3 car bombs kill 7 in northern Iraq


Three car bombs exploded Wednesday in the northern city of Kirkuk, killing seven people and wounding 67, Iraqi police said.

The assaults were a combination of timed bombs and a suicide attack that occurred nearly simultaneously at midmorning.

The first car bomb blew up as a police patrol passed. The second bombing was a suicide attack outside the front checkpoint for the headquarters for Kurdish intelligence. The third explosion took place not far from the compound’s back side.


“The city hasn’t witnessed explosions like this in seven months,” said Khalil Abdullah, 52, who owns an ice cream shop near the Kurdish intelligence office. “We can’t say that this place is 100% safe or that explosions will no longer happen.”

The neighborhood, Tariq Baghdad, is primarily Arab despite the presence of the Kurdish security office.

Kirkuk remains in limbo, a region that is home to bounteous oil fields and is claimed by Arabs, Kurds and Turkmens. The sides have been unable to find a solution to the stalemate over the area’s future.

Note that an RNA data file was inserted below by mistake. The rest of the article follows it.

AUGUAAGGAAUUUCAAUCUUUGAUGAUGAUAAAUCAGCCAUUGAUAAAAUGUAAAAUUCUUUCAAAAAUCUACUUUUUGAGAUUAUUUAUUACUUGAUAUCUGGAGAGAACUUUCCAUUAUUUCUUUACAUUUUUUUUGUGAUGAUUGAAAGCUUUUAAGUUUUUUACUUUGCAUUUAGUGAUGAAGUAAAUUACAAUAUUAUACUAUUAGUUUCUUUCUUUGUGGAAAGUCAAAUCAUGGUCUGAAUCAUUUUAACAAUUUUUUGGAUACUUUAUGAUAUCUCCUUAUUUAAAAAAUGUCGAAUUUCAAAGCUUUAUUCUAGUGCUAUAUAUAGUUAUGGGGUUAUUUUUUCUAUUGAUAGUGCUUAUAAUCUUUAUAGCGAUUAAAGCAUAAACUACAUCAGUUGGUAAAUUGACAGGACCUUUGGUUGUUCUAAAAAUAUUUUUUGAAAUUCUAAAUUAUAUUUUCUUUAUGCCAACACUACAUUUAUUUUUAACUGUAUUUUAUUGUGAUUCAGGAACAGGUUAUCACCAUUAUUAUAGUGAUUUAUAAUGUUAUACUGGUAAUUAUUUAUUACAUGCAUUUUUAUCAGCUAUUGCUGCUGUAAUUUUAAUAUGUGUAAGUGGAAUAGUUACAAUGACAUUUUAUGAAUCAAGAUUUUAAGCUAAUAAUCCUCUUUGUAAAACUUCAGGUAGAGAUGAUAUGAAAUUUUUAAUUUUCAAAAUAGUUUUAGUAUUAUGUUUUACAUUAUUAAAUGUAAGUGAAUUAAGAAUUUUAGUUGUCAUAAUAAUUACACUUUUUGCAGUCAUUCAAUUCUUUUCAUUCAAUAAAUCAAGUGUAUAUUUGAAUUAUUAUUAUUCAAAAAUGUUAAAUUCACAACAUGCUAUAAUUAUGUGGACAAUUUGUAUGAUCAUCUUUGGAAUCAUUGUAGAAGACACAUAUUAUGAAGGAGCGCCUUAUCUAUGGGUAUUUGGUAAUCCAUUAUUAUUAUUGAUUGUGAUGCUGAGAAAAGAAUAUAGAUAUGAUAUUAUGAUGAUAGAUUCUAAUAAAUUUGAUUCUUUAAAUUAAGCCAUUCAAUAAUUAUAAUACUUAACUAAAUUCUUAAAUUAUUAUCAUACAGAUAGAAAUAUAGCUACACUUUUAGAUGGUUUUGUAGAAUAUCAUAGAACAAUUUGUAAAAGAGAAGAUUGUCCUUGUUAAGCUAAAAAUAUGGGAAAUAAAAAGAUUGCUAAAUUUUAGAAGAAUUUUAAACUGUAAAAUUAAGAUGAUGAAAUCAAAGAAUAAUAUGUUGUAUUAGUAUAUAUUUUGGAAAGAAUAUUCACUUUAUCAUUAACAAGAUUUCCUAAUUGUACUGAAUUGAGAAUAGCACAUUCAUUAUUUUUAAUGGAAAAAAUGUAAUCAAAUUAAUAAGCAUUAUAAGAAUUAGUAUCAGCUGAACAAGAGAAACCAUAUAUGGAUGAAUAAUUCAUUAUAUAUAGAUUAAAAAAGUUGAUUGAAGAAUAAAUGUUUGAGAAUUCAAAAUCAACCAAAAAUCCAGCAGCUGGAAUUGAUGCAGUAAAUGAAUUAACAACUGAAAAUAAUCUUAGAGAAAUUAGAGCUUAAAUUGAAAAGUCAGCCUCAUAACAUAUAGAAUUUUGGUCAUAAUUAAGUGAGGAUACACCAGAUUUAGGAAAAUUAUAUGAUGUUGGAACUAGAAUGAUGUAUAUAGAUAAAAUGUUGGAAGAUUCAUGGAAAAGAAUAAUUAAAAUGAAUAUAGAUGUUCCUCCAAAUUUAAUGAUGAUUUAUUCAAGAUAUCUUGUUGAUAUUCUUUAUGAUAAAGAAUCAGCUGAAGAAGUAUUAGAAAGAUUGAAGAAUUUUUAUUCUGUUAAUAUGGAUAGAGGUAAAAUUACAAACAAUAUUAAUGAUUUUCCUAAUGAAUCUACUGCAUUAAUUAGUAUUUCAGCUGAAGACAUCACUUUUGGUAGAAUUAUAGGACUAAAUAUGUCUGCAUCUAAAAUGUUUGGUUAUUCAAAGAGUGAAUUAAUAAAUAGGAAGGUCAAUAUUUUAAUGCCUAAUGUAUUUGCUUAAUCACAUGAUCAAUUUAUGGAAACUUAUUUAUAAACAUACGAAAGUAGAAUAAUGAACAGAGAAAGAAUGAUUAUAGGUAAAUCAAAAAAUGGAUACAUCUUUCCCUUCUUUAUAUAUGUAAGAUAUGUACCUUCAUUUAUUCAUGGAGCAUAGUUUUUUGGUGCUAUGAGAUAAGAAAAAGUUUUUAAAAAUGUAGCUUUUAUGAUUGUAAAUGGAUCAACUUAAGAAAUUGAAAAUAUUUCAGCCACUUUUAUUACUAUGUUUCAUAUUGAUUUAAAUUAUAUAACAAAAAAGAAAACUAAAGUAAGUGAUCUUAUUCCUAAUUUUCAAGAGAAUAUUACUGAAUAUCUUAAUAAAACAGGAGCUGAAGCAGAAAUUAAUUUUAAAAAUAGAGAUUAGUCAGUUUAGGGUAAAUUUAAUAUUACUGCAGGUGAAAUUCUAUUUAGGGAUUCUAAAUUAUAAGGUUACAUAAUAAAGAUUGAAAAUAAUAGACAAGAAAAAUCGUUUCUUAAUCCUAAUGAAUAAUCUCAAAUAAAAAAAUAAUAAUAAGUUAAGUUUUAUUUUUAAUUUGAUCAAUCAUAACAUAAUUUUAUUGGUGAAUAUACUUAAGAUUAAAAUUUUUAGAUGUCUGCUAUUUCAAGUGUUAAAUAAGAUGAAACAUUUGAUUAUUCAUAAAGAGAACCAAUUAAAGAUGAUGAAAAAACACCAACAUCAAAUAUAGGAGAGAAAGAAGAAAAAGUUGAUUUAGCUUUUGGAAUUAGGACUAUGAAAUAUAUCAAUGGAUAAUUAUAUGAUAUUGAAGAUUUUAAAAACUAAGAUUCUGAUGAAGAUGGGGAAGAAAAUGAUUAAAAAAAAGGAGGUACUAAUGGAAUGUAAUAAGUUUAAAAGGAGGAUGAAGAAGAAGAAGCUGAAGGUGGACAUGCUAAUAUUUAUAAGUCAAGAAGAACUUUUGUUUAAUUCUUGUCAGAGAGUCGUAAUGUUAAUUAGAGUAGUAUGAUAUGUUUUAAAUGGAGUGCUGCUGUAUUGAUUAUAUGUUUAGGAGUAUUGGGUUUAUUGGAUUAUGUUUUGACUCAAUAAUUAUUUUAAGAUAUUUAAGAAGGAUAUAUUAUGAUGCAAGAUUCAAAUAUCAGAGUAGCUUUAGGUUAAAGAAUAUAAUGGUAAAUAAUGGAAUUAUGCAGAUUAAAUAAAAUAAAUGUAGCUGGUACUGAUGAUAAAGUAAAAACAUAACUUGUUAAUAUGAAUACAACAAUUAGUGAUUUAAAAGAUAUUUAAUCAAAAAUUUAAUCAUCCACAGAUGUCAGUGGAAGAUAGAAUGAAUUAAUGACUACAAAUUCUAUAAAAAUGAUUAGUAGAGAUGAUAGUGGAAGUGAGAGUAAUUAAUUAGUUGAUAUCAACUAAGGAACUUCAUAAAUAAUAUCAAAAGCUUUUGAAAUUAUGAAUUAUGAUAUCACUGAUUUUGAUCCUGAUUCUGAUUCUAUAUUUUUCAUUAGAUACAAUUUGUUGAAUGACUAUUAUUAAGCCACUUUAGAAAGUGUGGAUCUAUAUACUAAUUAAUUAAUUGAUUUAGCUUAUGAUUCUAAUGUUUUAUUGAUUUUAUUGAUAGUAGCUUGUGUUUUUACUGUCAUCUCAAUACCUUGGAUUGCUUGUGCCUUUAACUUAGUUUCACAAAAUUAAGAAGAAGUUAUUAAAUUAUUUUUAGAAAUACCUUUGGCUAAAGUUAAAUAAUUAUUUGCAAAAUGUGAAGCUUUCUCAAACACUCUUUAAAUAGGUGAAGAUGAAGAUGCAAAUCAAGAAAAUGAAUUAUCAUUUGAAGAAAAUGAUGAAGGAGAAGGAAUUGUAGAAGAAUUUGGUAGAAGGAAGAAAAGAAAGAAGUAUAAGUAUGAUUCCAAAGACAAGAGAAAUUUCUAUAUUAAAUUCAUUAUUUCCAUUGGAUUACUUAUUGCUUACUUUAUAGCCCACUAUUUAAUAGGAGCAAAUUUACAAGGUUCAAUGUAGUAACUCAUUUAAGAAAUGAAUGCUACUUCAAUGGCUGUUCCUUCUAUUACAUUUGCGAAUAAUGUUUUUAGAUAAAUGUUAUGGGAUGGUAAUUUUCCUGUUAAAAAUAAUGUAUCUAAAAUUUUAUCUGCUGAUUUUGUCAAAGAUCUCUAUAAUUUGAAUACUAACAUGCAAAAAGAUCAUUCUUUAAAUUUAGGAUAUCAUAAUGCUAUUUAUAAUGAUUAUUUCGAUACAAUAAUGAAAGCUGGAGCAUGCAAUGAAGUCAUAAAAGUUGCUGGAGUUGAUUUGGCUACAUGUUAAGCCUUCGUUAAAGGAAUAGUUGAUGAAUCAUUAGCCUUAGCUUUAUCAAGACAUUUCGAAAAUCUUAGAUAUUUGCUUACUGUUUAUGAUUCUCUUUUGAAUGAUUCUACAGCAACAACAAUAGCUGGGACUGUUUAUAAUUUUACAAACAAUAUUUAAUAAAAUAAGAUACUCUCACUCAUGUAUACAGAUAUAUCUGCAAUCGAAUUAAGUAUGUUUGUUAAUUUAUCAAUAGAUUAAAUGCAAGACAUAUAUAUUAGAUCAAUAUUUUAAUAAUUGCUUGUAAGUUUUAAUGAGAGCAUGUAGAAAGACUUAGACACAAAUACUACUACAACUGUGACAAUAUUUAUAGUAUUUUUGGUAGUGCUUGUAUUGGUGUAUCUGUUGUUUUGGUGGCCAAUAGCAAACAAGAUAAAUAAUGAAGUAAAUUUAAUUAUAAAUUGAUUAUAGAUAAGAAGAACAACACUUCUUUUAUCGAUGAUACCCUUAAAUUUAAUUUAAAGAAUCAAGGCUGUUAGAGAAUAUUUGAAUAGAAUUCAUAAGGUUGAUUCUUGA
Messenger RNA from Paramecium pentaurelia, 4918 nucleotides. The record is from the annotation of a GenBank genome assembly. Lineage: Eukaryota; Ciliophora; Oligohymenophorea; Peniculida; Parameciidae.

U.S. forces continue to play the role of buffer at joint checkpoints, coordinating with Iraqi army and Kurdish troops. American troops are scheduled to leave the country at the end of 2011, and whether the departure will jar the status quo in Kirkuk remains to be seen.

Last month, Iraq saw a wave of car bomb attacks around Baghdad and the country’s south and north, but the situation had quieted.

The government remains deadlocked over posts in the Cabinet, including the security ministries.


Special correspondent Ahmed reported from Kirkuk and Times staff writer Salman from Baghdad. Staff writer Ned Parker in Cairo contributed to this report.